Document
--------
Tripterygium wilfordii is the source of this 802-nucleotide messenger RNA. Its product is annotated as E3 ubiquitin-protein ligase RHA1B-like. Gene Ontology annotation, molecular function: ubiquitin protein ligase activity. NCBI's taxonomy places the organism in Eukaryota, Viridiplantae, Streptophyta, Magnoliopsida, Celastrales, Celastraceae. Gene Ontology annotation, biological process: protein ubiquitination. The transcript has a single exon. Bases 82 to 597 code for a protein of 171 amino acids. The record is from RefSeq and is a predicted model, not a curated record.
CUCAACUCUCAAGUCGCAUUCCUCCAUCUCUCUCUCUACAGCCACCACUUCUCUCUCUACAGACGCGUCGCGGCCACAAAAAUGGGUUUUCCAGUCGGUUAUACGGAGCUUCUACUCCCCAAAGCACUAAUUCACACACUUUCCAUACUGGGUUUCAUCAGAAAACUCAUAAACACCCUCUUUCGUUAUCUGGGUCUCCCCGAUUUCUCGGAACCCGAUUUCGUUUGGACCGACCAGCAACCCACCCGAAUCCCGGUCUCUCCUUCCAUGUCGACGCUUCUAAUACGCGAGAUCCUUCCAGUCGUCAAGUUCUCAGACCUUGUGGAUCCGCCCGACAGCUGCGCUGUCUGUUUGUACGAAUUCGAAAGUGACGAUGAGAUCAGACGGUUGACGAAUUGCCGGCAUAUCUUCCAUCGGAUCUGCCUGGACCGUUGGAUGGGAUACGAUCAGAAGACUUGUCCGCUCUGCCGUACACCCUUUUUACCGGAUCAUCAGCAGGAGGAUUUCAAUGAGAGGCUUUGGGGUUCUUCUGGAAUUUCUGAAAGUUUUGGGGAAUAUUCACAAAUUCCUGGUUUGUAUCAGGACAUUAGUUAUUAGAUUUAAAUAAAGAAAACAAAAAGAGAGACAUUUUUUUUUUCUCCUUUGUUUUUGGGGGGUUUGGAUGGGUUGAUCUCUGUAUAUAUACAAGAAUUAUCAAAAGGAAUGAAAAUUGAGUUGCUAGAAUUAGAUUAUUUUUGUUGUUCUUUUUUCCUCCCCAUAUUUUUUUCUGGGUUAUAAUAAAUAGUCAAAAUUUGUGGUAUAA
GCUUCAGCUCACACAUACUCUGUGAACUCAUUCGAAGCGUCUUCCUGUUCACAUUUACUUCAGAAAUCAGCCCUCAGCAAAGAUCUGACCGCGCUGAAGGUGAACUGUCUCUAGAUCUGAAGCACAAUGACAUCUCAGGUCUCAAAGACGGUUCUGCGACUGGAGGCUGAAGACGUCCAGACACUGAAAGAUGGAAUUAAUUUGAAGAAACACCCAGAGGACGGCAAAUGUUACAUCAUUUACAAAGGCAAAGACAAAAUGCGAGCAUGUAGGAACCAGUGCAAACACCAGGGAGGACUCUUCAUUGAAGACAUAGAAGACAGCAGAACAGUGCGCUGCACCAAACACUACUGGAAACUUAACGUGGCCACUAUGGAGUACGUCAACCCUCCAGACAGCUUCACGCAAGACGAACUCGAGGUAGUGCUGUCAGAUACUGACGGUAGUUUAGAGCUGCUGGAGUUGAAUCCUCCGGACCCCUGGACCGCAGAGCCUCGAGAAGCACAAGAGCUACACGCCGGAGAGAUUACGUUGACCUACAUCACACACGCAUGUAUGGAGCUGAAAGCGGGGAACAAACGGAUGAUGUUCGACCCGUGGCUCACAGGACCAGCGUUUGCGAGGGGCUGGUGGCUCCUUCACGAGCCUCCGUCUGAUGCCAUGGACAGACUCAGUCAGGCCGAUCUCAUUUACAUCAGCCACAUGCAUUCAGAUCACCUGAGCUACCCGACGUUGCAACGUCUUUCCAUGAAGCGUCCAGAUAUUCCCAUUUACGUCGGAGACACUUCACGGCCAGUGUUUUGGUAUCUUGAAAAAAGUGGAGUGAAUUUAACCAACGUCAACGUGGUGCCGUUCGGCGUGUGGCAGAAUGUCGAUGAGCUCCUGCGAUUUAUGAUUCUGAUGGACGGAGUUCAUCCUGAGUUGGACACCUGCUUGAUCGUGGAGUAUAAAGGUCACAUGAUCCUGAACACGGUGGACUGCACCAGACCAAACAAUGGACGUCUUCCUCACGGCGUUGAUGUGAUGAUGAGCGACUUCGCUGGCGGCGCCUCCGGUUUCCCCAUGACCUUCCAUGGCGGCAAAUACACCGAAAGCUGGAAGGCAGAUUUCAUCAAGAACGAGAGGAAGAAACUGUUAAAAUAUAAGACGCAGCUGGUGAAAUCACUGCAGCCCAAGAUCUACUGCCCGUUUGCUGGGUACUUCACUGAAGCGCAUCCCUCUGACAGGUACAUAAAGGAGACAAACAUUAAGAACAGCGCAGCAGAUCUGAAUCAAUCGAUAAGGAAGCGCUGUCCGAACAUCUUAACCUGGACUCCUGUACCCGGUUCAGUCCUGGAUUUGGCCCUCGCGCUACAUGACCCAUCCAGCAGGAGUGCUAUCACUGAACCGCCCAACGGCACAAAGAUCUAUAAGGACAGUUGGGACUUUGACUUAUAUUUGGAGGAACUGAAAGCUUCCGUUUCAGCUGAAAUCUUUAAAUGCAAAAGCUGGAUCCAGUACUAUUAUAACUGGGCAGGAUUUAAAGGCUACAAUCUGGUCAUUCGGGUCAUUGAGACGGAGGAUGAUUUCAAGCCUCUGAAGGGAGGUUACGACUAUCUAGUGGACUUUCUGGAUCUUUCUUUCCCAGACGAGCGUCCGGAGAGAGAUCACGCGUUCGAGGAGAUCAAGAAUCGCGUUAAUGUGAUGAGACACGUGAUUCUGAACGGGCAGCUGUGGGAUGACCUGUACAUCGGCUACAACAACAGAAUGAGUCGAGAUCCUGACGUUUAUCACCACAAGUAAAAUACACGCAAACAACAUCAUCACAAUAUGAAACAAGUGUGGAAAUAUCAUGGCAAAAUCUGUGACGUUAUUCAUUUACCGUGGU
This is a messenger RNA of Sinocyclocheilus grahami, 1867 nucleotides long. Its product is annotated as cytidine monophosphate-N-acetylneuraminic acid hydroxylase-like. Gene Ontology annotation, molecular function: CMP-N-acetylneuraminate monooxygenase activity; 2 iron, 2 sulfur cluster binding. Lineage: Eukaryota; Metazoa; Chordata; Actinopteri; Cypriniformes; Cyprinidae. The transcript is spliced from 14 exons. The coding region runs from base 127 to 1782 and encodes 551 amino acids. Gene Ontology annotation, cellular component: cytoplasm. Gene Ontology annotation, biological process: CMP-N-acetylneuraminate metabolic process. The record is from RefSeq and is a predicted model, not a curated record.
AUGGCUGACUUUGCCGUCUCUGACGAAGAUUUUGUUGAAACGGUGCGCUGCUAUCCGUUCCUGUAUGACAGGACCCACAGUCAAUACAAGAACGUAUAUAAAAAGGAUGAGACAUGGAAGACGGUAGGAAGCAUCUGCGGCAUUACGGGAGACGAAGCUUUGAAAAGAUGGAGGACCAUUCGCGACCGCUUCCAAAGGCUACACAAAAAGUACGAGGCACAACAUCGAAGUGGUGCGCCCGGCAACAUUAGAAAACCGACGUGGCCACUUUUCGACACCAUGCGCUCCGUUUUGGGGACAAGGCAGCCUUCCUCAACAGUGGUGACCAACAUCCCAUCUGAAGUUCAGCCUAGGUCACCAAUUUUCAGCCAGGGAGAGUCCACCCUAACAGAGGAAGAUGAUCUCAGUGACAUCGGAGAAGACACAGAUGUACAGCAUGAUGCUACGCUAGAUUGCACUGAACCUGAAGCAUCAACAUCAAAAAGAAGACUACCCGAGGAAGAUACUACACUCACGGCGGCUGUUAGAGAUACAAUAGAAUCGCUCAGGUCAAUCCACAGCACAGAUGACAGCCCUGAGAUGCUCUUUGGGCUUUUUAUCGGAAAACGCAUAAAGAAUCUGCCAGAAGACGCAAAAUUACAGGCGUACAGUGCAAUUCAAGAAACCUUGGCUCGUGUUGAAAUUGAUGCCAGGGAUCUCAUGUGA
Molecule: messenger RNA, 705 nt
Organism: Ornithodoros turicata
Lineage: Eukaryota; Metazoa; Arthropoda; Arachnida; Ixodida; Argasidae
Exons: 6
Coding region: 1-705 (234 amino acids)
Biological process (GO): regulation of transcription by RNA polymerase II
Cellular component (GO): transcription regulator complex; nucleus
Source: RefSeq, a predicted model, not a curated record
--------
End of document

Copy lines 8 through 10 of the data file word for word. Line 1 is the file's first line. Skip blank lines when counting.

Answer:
Lineage: Eukaryota; Metazoa; Arthropoda; Arachnida; Ixodida; Argasidae
Exons: 6
Coding region: 1-705 (234 amino acids)